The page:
6 Written questions
5 Multiple choice questions
- A dingbat or printer's ornament used to mark the end of a story in a newsletter is an end sign. It signals the reader that they have reached the end of the article.
- Contains the return address and mailing address for newsletters that are self-mailers (newsletters that are folded and mailed without beibg inserted into an envelope).
- Subheads appear within the body of articles to divide the article into smaller sections.
- After the nameplate, the headline identifying each article in a newsletter is the most prominent text element.
- The body of the newsletter is the bulk of the text excluding the headlines and decorative text elements.
5 True/False questions
Table of Contents → Usually appearing on the front page, the table of contents briefly lists articles and special sections of the newsletter and the page number for those items.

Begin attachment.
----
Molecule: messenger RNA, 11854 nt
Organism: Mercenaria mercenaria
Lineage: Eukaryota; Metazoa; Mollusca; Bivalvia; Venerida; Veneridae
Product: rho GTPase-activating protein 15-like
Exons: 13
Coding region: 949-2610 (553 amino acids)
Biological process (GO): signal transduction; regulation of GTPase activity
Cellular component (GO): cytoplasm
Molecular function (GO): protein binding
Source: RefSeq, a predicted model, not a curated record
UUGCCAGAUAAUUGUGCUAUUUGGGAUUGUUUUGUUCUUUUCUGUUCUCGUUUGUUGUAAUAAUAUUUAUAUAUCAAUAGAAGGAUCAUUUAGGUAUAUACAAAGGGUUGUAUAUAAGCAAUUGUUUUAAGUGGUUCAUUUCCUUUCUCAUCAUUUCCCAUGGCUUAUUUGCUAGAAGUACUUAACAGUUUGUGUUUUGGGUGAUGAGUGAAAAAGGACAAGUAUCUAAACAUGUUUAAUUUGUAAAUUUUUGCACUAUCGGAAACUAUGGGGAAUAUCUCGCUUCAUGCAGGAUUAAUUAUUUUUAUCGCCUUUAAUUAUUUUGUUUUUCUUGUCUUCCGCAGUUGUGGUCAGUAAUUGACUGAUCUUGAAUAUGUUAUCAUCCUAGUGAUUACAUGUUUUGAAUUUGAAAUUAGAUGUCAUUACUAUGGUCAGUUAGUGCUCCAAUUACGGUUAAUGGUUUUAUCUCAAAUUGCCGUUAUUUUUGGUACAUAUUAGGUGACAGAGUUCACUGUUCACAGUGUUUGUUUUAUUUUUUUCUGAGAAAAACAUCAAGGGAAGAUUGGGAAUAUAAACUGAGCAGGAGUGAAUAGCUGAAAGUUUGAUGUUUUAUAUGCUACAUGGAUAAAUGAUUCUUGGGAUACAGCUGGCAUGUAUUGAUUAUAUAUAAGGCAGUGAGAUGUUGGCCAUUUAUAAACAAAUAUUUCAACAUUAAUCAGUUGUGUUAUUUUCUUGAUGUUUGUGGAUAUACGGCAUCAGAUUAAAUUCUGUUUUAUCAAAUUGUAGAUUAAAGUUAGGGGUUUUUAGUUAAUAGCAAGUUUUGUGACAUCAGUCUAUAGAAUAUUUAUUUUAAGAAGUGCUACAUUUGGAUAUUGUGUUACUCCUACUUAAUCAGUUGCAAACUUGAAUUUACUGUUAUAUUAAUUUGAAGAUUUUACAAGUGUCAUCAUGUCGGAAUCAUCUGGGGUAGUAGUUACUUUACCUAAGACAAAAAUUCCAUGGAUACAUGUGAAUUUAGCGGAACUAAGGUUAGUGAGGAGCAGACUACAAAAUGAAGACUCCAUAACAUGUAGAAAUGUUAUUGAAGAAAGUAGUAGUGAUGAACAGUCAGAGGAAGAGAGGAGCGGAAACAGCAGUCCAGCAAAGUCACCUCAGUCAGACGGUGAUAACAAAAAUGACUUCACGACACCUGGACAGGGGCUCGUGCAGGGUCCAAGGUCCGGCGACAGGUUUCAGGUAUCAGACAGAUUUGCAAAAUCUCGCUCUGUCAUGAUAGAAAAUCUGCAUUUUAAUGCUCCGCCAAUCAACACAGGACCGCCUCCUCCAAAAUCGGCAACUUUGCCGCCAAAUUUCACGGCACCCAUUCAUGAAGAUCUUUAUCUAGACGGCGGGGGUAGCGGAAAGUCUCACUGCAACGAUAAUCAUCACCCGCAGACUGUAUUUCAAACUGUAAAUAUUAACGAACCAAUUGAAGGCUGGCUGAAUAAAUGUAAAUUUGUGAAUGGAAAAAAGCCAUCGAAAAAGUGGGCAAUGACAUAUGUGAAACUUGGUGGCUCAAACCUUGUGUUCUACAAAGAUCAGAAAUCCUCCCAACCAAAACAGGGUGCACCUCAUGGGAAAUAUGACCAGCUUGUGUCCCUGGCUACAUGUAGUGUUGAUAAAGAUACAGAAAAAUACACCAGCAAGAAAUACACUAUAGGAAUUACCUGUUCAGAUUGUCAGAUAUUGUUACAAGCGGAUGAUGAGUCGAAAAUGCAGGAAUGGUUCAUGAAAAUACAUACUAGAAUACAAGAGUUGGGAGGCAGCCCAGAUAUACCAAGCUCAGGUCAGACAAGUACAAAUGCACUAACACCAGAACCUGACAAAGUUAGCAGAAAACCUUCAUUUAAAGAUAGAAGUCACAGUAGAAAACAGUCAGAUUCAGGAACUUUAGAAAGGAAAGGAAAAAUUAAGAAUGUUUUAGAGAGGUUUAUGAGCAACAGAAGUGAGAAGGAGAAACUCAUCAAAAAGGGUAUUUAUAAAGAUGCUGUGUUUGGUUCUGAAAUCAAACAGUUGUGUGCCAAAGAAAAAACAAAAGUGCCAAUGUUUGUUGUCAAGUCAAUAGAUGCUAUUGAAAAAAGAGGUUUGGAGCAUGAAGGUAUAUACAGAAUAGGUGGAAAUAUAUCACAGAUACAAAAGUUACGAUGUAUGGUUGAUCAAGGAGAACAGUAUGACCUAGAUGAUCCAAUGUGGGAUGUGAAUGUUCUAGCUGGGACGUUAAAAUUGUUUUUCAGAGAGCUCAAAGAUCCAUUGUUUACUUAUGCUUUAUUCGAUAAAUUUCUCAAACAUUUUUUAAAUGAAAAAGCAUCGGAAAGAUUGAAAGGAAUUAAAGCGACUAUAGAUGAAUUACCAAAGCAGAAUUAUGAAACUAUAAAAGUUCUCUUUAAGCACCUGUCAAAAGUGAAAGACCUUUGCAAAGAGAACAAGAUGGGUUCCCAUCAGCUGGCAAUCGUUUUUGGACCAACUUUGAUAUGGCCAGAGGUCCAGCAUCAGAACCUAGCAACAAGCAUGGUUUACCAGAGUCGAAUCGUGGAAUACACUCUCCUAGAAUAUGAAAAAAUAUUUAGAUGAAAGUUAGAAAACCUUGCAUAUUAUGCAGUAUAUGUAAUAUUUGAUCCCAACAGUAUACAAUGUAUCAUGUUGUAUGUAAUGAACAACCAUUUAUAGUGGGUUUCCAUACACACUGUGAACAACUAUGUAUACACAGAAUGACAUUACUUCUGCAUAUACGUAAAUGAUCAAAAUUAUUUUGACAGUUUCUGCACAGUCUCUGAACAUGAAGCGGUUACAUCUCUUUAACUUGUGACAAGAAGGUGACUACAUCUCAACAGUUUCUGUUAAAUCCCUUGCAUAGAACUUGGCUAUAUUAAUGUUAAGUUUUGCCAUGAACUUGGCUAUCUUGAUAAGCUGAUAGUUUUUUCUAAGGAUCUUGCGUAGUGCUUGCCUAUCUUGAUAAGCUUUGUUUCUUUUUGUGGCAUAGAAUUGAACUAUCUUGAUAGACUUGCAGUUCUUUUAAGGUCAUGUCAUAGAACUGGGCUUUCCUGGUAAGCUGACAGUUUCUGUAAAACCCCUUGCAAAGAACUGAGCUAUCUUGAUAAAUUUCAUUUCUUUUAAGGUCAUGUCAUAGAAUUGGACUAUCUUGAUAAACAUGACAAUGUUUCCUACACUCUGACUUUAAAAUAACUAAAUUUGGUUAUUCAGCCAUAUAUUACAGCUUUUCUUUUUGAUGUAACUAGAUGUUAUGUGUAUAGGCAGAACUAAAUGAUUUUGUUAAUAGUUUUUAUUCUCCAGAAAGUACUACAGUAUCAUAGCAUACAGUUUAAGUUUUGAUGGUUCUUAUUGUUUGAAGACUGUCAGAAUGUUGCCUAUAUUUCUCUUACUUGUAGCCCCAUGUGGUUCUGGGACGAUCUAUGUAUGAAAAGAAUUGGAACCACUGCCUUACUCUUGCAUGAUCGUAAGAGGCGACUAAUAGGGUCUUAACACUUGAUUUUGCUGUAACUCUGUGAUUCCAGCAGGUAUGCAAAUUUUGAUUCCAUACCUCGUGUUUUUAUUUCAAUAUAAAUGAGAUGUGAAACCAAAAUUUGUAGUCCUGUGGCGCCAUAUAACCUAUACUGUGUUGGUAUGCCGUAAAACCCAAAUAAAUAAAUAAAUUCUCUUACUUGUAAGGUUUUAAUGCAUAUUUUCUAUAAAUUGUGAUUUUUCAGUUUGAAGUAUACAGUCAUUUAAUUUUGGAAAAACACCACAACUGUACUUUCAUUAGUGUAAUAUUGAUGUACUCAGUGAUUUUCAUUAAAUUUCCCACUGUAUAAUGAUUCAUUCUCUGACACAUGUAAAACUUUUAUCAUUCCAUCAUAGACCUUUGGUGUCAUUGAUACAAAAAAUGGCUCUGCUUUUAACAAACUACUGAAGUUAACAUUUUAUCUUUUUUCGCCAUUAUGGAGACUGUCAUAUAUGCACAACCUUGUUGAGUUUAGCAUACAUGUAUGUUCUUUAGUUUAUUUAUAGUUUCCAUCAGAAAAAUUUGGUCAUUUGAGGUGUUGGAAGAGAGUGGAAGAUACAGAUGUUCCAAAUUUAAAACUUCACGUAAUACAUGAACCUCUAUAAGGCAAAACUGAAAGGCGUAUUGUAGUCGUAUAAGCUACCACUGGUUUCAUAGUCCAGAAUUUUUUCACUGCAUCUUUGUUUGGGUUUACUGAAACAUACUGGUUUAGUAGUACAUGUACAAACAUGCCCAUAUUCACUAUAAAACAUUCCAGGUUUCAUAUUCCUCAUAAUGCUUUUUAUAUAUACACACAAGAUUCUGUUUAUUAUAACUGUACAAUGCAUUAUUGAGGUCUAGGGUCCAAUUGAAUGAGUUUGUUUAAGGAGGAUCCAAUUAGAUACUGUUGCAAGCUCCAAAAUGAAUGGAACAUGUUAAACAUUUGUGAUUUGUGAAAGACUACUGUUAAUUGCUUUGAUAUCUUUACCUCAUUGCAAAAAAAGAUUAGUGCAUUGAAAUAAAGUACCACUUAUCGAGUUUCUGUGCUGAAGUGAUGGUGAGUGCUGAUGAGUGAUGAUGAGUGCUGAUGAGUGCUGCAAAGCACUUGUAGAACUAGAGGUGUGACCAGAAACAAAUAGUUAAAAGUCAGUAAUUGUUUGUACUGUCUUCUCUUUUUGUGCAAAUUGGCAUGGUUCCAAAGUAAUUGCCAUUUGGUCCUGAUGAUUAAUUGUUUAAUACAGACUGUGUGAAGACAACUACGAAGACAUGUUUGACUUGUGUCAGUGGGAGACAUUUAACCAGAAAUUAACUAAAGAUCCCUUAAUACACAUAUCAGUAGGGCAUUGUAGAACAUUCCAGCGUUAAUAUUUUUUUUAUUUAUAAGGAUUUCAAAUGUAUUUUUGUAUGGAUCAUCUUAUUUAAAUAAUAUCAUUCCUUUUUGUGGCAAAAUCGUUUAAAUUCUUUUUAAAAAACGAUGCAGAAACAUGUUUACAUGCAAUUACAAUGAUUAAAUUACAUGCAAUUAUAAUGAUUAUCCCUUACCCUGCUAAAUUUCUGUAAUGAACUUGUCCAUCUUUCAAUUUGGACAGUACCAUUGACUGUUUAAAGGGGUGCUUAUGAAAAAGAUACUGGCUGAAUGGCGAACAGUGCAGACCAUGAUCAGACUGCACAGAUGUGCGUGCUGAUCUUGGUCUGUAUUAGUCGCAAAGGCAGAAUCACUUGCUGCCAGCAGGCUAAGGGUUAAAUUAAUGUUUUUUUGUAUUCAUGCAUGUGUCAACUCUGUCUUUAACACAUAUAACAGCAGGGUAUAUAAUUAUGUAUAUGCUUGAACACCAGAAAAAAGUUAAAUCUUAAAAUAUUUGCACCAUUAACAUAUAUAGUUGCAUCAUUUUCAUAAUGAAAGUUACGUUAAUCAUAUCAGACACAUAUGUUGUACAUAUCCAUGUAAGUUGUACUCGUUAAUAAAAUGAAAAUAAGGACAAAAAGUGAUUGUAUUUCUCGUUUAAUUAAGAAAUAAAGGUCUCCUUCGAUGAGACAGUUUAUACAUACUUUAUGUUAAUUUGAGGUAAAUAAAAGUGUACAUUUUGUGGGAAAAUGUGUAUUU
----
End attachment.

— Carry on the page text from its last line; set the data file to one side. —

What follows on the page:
Continuation head → When articles jump from one page to another, continuation heads identify the continued portion of the articles.
Jumplines → Bylines is a short phrase or paragraph that indicates the same of the author of an article in a newsletter.
Deck → Often seen in newsletter design, the kicker is a short phrase set above the headline. The kicker can serve as an introduction or section heading to identify a regular column.
Mug Shot → The masthead is that section of a newsletter design, typically found on the second page (but could be on any page) that lists the name of the publisher and other pertinent data.